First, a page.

Lee Bontecou


Bontecou Untitled Mfa Houston 1500 - © 2016 Lee Bontecou. Museum of Fine Arts, Houston, Texas, USA / Museum purchase funded by D. and J. de Menil / Bridgeman Images
  • Lee Bontecou
  • Untitled
  • 1962
  • Welded steel, epoxy, canvas, fabric, saw blade, and wire
  • 172.7 x 182.9 x 76.2 cm
  • The Museum of Fine Arts, Houston, Gift of D. and J. de Menil 62.45 - © 2016 Lee Bontecou. Museum of Fine Arts, Houston, Texas, USA / Museum purchase funded by D. and J. de Menil / Bridgeman Images

In the late 1950s and ’60s, Lee Bontecou created large-scale sculptures in fabric and metal that blended organic and mechanical forms in immersive, even vertiginous works that often project three-dimensionally into the viewer’s space. She is one of a very small number of women to gain broad recognition as artists during this time, and an even smaller subset of women making large-scale sculpture. Her works of this period have been linked to those by cubist artists of the early twentieth century, but in Bontecou’s work monochromatic, sooty palettes and fragmented spaces evolve into three-dimensional forms.

To make Untitled (1962) Bontecou glued or wired canvas and other fabrics to a welded steel frame. The resulting circular forms jut out and recede around a deep central void, alternately recalling industrial forms – such as jet engines and gas masks of World War II – and wounded bodily forms, replete with stitched skin. Some see her work as gendered, alluding to female genitalia and the birth canal. The artist herself, however, has firmly resisted that interpretation, instead linking the voids in her sculptures to the mysterious, the unknown, and the sublime. Writing in 1963, she explained her intention to “build things that express our relation to this country – to other countries – to this world – to other worlds – in terms of myself. To glimpse some of the fear, hope, ugliness, beauty, and mystery that exists in all of us and which hangs over all the young people today.”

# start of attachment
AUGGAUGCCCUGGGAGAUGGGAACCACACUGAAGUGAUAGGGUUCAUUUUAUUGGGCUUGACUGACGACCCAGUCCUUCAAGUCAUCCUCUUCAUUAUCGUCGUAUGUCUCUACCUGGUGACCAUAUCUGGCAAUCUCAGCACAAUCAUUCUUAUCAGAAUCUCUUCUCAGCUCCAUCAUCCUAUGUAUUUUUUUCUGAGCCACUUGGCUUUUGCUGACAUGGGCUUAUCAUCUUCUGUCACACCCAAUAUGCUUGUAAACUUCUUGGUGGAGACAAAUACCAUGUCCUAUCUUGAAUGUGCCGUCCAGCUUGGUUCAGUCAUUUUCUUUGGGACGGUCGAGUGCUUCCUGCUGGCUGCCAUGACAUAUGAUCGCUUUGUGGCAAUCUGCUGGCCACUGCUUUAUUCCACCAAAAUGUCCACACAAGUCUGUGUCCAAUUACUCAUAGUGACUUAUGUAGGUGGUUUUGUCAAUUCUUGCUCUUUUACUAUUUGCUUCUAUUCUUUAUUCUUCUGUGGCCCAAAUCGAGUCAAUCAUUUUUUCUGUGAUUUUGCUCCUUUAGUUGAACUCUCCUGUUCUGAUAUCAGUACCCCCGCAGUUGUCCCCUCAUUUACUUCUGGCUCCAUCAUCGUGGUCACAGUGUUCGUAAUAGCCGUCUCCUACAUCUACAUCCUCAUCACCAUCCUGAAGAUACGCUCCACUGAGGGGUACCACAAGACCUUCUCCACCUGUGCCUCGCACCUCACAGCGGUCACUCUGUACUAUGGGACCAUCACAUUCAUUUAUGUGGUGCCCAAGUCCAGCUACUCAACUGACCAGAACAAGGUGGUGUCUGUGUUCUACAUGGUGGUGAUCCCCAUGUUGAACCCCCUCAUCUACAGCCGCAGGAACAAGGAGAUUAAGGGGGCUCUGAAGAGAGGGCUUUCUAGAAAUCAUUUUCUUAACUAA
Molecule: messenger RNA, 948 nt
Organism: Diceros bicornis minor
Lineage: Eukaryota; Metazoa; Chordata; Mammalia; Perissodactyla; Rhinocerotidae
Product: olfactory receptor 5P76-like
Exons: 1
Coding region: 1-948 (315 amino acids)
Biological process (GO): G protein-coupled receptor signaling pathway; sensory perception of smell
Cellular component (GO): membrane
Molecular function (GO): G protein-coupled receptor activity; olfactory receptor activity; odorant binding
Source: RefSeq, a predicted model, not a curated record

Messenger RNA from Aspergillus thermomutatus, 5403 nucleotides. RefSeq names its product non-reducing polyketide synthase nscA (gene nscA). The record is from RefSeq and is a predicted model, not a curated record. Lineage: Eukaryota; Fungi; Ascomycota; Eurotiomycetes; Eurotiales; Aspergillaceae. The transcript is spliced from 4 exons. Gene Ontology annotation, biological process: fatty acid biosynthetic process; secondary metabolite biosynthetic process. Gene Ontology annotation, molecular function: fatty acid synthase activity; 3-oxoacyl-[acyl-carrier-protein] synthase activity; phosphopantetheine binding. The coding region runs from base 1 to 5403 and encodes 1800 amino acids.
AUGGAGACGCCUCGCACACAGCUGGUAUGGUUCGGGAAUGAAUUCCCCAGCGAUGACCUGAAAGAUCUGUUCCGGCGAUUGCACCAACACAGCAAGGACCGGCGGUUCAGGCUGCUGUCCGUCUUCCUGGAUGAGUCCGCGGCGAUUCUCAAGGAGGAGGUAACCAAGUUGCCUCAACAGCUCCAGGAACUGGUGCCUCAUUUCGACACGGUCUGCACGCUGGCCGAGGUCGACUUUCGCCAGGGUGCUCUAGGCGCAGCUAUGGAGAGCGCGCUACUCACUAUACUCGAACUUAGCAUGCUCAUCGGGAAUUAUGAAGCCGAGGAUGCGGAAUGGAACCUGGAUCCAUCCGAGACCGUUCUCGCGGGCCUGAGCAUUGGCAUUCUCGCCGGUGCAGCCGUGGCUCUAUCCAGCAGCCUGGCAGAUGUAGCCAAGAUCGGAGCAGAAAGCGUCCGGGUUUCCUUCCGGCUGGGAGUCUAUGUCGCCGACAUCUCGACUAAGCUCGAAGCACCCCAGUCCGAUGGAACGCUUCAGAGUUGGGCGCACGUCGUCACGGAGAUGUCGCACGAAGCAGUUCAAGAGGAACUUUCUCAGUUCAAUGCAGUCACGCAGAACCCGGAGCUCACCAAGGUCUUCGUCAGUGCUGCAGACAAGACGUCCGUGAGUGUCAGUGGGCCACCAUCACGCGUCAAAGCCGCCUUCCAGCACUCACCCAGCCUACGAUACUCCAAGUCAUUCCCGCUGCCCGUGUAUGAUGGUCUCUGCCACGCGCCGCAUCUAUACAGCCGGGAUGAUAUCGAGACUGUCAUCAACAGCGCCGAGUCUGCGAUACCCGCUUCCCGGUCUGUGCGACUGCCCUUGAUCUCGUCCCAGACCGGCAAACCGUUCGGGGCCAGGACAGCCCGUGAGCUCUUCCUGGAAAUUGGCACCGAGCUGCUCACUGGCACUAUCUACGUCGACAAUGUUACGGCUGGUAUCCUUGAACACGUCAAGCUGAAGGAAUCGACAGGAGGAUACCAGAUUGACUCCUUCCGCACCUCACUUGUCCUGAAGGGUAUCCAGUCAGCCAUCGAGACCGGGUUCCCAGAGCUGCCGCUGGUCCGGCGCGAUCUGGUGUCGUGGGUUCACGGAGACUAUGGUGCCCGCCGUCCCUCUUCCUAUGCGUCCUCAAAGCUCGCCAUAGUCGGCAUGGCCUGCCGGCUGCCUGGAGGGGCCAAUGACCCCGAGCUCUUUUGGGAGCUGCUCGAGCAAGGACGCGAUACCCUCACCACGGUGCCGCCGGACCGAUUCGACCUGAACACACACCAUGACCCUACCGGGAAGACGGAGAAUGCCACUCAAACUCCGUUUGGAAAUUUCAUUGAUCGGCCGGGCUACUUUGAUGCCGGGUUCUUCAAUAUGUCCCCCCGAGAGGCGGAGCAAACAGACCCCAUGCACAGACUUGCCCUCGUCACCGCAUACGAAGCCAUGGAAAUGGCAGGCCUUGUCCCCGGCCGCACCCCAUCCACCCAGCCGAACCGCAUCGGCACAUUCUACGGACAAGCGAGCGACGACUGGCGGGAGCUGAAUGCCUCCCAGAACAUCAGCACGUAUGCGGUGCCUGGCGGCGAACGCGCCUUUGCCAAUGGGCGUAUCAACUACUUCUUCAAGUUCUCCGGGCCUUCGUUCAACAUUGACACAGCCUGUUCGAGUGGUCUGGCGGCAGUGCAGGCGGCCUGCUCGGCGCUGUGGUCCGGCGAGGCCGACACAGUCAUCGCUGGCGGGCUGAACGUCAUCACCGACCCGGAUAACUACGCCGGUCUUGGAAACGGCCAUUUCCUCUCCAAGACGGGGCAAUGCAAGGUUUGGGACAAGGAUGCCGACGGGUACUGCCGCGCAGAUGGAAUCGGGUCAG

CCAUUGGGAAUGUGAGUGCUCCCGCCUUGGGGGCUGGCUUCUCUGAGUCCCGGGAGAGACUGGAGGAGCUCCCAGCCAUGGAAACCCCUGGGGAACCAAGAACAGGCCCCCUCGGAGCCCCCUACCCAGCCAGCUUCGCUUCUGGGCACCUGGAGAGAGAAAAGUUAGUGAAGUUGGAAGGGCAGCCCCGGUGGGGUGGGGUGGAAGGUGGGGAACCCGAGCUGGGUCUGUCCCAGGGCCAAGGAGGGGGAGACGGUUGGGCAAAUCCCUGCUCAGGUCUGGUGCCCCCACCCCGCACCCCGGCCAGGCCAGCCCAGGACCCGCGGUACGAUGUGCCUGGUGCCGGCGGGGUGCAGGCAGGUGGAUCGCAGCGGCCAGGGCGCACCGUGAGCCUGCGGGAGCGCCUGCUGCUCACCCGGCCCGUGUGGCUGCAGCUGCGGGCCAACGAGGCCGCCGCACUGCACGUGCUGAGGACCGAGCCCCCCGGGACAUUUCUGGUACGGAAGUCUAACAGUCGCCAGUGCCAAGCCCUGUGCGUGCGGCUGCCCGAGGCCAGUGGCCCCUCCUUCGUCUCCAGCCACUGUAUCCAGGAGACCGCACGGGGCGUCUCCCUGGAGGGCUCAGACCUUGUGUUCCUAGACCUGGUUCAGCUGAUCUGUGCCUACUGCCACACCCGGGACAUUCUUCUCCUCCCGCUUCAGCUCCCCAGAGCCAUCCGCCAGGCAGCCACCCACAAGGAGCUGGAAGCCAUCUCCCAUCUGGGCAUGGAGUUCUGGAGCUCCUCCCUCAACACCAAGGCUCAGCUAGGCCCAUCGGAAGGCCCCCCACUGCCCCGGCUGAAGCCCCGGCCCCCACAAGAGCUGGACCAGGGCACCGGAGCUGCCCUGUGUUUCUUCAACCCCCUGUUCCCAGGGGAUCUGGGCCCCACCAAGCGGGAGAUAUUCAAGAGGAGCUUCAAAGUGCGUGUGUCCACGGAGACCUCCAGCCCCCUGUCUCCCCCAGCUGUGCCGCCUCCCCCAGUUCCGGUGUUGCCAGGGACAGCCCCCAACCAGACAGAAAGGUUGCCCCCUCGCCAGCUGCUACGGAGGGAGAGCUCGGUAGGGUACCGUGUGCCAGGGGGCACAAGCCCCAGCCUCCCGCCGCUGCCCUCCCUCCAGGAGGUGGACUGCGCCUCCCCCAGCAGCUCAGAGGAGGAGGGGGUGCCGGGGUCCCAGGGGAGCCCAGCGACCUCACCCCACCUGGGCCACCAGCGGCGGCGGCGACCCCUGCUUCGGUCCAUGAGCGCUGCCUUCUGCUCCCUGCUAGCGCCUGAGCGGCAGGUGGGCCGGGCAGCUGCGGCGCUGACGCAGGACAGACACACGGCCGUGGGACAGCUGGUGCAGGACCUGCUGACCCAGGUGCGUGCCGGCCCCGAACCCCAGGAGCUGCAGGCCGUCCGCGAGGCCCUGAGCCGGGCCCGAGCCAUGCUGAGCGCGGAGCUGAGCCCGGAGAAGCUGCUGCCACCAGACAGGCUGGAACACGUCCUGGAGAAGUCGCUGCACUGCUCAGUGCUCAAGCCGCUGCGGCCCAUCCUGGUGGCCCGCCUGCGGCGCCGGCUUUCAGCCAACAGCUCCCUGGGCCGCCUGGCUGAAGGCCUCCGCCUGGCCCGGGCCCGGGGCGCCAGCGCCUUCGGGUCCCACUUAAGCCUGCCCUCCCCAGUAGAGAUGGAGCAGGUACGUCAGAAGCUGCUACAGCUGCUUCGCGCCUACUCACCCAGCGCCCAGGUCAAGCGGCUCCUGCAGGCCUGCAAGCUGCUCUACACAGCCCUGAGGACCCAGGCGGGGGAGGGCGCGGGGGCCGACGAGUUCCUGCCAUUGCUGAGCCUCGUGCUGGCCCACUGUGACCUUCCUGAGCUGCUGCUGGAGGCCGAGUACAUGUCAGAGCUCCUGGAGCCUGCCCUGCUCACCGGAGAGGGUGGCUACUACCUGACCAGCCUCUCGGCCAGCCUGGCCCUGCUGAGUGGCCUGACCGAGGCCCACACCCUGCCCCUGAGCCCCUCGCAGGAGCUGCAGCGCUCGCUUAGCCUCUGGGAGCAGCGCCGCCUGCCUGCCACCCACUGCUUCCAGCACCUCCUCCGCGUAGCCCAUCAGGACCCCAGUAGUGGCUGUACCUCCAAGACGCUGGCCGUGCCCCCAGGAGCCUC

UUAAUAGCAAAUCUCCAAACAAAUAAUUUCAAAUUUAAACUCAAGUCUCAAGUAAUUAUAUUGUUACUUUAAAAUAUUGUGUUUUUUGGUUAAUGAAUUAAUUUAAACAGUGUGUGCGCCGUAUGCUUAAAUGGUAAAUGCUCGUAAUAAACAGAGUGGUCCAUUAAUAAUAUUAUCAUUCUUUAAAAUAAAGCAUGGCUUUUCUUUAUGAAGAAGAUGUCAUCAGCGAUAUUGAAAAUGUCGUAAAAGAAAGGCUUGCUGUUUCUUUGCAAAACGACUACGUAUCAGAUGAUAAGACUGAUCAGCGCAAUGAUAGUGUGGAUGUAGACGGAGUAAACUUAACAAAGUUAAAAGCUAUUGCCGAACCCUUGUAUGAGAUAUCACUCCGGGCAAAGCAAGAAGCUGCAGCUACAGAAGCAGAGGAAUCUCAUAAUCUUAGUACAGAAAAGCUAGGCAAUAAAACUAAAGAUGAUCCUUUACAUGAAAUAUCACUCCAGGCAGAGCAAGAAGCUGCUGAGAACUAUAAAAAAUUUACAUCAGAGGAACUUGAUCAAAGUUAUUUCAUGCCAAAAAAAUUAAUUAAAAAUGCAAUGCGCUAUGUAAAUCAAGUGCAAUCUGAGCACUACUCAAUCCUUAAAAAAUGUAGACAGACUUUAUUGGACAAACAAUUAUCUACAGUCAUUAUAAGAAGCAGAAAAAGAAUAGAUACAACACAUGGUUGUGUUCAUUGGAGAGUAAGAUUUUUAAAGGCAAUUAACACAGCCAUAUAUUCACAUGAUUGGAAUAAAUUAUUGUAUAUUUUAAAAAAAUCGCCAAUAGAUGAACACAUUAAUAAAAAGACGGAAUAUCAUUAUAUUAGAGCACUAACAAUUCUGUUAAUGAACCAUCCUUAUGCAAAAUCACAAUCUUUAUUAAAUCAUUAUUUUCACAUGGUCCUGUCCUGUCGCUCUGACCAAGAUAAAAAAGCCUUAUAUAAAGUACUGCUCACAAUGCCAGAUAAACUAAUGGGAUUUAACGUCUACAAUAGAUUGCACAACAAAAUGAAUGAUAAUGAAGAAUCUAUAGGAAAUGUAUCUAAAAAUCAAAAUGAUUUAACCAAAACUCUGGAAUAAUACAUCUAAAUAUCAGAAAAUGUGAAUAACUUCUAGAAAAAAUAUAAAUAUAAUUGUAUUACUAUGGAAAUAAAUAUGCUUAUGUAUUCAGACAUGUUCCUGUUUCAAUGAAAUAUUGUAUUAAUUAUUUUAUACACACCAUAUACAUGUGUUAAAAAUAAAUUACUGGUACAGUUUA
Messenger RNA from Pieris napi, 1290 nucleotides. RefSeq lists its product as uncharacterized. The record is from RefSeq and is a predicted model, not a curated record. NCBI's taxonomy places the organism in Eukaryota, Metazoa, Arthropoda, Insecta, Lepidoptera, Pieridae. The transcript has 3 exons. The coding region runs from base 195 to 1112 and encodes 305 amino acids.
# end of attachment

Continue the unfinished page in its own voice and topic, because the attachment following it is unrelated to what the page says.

Amy Rahn

Biography of Lee Bontecou

  • Born 1931 in Providence, RI, USA
Lee Bontecou trained at the Art Students League in New York from 1952 to 1955. In 1954 she attended the Skowhegan School for Painting and Sculpture in Maine and learned to weld. During her stay in Italy from 1957 to 1958 on a Fulbright scholarship she used soot in her drawings for the first time. Upon her return to New York in 1958 she started to experiment with small-scale wall-mounted sculptural assemblages, soon developing her signature style and technique. These constructions, made by fastening fabric to steel fragments that are arranged in swirling forms with dark central voids, evoke technological, mechanical, geological and biological motifs. Bontecou had her first solo show in 1960 at Castelli Gallery in New York. The following year she was included in The Art of Assemblage at the Museum of Modern Art, New York. Her early success led to her withdrawal from the public art sphere in the 1970s. She taught at Brooklyn College from 1971 to 1991 and worked on a new series of art works—large mobile-like sculptures hanging from the ceiling. Together with earlier vacuum-formed plastic sculptures of plants and marine organisms, these “galaxies” made of wire and ceramics mark a completely new approach within her oeuvre.